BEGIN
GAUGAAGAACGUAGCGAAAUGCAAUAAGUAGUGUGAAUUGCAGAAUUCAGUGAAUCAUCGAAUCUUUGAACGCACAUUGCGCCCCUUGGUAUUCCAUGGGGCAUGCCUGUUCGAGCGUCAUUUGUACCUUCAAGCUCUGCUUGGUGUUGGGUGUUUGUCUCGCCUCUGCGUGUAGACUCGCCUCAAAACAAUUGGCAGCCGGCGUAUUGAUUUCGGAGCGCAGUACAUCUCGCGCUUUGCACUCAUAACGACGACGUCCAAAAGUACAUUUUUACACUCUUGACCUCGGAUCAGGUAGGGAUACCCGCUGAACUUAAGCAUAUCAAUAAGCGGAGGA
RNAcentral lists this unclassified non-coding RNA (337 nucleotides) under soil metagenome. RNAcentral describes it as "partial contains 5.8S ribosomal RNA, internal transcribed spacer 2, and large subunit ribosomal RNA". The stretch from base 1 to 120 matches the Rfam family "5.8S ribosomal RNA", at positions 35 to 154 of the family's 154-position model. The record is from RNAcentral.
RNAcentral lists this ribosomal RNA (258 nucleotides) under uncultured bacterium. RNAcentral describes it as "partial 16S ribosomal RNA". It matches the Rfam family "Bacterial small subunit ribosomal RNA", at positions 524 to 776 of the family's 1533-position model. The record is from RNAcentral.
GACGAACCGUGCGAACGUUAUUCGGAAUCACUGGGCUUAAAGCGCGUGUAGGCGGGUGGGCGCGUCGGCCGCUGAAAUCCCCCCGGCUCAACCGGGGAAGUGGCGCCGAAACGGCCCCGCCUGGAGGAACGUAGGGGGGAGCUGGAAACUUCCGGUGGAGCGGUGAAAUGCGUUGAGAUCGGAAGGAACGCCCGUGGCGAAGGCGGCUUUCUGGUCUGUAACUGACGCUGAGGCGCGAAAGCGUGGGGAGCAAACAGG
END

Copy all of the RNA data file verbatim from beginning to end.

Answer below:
GAUGAAGAACGUAGCGAAAUGCAAUAAGUAGUGUGAAUUGCAGAAUUCAGUGAAUCAUCGAAUCUUUGAACGCACAUUGCGCCCCUUGGUAUUCCAUGGGGCAUGCCUGUUCGAGCGUCAUUUGUACCUUCAAGCUCUGCUUGGUGUUGGGUGUUUGUCUCGCCUCUGCGUGUAGACUCGCCUCAAAACAAUUGGCAGCCGGCGUAUUGAUUUCGGAGCGCAGUACAUCUCGCGCUUUGCACUCAUAACGACGACGUCCAAAAGUACAUUUUUACACUCUUGACCUCGGAUCAGGUAGGGAUACCCGCUGAACUUAAGCAUAUCAAUAAGCGGAGGA
RNAcentral lists this unclassified non-coding RNA (337 nucleotides) under soil metagenome. RNAcentral describes it as "partial contains 5.8S ribosomal RNA, internal transcribed spacer 2, and large subunit ribosomal RNA". The stretch from base 1 to 120 matches the Rfam family "5.8S ribosomal RNA", at positions 35 to 154 of the family's 154-position model. The record is from RNAcentral.
RNAcentral lists this ribosomal RNA (258 nucleotides) under uncultured bacterium. RNAcentral describes it as "partial 16S ribosomal RNA". It matches the Rfam family "Bacterial small subunit ribosomal RNA", at positions 524 to 776 of the family's 1533-position model. The record is from RNAcentral.
GACGAACCGUGCGAACGUUAUUCGGAAUCACUGGGCUUAAAGCGCGUGUAGGCGGGUGGGCGCGUCGGCCGCUGAAAUCCCCCCGGCUCAACCGGGGAAGUGGCGCCGAAACGGCCCCGCCUGGAGGAACGUAGGGGGGAGCUGGAAACUUCCGGUGGAGCGGUGAAAUGCGUUGAGAUCGGAAGGAACGCCCGUGGCGAAGGCGGCUUUCUGGUCUGUAACUGACGCUGAGGCGCGAAAGCGUGGGGAGCAAACAGG